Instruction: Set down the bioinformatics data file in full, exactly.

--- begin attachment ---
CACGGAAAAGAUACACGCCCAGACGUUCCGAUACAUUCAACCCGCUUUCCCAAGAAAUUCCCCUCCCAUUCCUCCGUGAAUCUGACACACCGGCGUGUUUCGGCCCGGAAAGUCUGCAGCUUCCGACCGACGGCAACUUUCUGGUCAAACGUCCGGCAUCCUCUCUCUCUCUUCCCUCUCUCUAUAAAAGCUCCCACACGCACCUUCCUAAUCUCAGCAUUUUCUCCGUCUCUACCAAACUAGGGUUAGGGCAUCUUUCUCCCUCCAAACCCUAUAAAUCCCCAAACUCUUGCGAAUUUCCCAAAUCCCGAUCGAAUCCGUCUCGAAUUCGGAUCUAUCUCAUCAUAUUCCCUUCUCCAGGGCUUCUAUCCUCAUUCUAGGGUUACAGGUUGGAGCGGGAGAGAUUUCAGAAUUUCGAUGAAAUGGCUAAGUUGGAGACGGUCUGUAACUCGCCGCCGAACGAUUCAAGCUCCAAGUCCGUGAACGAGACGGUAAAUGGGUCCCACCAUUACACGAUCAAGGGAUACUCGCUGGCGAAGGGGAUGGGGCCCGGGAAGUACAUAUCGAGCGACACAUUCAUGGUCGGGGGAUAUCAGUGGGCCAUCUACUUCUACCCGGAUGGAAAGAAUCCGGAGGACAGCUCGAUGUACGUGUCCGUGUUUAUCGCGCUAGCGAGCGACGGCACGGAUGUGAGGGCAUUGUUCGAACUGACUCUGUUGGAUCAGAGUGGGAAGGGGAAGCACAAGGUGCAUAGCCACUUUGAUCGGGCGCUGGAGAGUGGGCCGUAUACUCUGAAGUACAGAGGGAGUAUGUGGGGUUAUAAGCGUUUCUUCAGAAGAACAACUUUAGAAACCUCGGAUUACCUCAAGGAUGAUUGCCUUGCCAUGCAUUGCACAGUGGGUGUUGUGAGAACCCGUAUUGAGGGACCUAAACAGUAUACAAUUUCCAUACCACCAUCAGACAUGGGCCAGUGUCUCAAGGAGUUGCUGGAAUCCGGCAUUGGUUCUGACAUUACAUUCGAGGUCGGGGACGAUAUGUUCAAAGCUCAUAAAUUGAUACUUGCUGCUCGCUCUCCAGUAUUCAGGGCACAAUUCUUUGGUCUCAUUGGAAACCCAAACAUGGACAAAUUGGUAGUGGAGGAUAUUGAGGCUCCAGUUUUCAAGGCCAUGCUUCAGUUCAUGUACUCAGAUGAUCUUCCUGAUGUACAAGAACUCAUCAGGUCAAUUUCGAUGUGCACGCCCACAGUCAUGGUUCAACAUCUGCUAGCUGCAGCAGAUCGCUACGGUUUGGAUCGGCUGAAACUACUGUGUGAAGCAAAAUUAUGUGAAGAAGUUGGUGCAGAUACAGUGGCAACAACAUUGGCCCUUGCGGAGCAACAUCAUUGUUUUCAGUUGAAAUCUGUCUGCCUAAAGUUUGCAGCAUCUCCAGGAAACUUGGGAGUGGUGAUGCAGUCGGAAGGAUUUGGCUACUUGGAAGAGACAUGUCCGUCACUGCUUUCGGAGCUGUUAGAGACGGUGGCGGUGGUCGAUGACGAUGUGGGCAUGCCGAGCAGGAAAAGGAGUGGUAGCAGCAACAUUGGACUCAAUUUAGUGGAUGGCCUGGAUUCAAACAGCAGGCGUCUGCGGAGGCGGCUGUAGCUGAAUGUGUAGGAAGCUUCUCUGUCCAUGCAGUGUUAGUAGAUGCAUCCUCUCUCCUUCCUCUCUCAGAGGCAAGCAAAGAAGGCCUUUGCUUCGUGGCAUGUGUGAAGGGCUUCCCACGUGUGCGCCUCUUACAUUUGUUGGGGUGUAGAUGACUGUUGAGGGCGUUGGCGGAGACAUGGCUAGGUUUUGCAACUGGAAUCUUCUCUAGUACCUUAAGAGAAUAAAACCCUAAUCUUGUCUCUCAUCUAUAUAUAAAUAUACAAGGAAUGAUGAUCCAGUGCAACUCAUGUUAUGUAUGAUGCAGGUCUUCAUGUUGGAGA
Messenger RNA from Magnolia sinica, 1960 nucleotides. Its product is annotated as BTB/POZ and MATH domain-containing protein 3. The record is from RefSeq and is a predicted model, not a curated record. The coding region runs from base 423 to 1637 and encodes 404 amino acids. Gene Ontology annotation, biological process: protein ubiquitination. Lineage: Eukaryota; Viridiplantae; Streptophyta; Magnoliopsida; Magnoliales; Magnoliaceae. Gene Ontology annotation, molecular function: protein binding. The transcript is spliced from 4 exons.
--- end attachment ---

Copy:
CACGGAAAAGAUACACGCCCAGACGUUCCGAUACAUUCAACCCGCUUUCCCAAGAAAUUCCCCUCCCAUUCCUCCGUGAAUCUGACACACCGGCGUGUUUCGGCCCGGAAAGUCUGCAGCUUCCGACCGACGGCAACUUUCUGGUCAAACGUCCGGCAUCCUCUCUCUCUCUUCCCUCUCUCUAUAAAAGCUCCCACACGCACCUUCCUAAUCUCAGCAUUUUCUCCGUCUCUACCAAACUAGGGUUAGGGCAUCUUUCUCCCUCCAAACCCUAUAAAUCCCCAAACUCUUGCGAAUUUCCCAAAUCCCGAUCGAAUCCGUCUCGAAUUCGGAUCUAUCUCAUCAUAUUCCCUUCUCCAGGGCUUCUAUCCUCAUUCUAGGGUUACAGGUUGGAGCGGGAGAGAUUUCAGAAUUUCGAUGAAAUGGCUAAGUUGGAGACGGUCUGUAACUCGCCGCCGAACGAUUCAAGCUCCAAGUCCGUGAACGAGACGGUAAAUGGGUCCCACCAUUACACGAUCAAGGGAUACUCGCUGGCGAAGGGGAUGGGGCCCGGGAAGUACAUAUCGAGCGACACAUUCAUGGUCGGGGGAUAUCAGUGGGCCAUCUACUUCUACCCGGAUGGAAAGAAUCCGGAGGACAGCUCGAUGUACGUGUCCGUGUUUAUCGCGCUAGCGAGCGACGGCACGGAUGUGAGGGCAUUGUUCGAACUGACUCUGUUGGAUCAGAGUGGGAAGGGGAAGCACAAGGUGCAUAGCCACUUUGAUCGGGCGCUGGAGAGUGGGCCGUAUACUCUGAAGUACAGAGGGAGUAUGUGGGGUUAUAAGCGUUUCUUCAGAAGAACAACUUUAGAAACCUCGGAUUACCUCAAGGAUGAUUGCCUUGCCAUGCAUUGCACAGUGGGUGUUGUGAGAACCCGUAUUGAGGGACCUAAACAGUAUACAAUUUCCAUACCACCAUCAGACAUGGGCCAGUGUCUCAAGGAGUUGCUGGAAUCCGGCAUUGGUUCUGACAUUACAUUCGAGGUCGGGGACGAUAUGUUCAAAGCUCAUAAAUUGAUACUUGCUGCUCGCUCUCCAGUAUUCAGGGCACAAUUCUUUGGUCUCAUUGGAAACCCAAACAUGGACAAAUUGGUAGUGGAGGAUAUUGAGGCUCCAGUUUUCAAGGCCAUGCUUCAGUUCAUGUACUCAGAUGAUCUUCCUGAUGUACAAGAACUCAUCAGGUCAAUUUCGAUGUGCACGCCCACAGUCAUGGUUCAACAUCUGCUAGCUGCAGCAGAUCGCUACGGUUUGGAUCGGCUGAAACUACUGUGUGAAGCAAAAUUAUGUGAAGAAGUUGGUGCAGAUACAGUGGCAACAACAUUGGCCCUUGCGGAGCAACAUCAUUGUUUUCAGUUGAAAUCUGUCUGCCUAAAGUUUGCAGCAUCUCCAGGAAACUUGGGAGUGGUGAUGCAGUCGGAAGGAUUUGGCUACUUGGAAGAGACAUGUCCGUCACUGCUUUCGGAGCUGUUAGAGACGGUGGCGGUGGUCGAUGACGAUGUGGGCAUGCCGAGCAGGAAAAGGAGUGGUAGCAGCAACAUUGGACUCAAUUUAGUGGAUGGCCUGGAUUCAAACAGCAGGCGUCUGCGGAGGCGGCUGUAGCUGAAUGUGUAGGAAGCUUCUCUGUCCAUGCAGUGUUAGUAGAUGCAUCCUCUCUCCUUCCUCUCUCAGAGGCAAGCAAAGAAGGCCUUUGCUUCGUGGCAUGUGUGAAGGGCUUCCCACGUGUGCGCCUCUUACAUUUGUUGGGGUGUAGAUGACUGUUGAGGGCGUUGGCGGAGACAUGGCUAGGUUUUGCAACUGGAAUCUUCUCUAGUACCUUAAGAGAAUAAAACCCUAAUCUUGUCUCUCAUCUAUAUAUAAAUAUACAAGGAAUGAUGAUCCAGUGCAACUCAUGUUAUGUAUGAUGCAGGUCUUCAUGUUGGAGA
Messenger RNA from Magnolia sinica, 1960 nucleotides. Its product is annotated as BTB/POZ and MATH domain-containing protein 3. The record is from RefSeq and is a predicted model, not a curated record. The coding region runs from base 423 to 1637 and encodes 404 amino acids. Gene Ontology annotation, biological process: protein ubiquitination. Lineage: Eukaryota; Viridiplantae; Streptophyta; Magnoliopsida; Magnoliales; Magnoliaceae. Gene Ontology annotation, molecular function: protein binding. The transcript is spliced from 4 exons.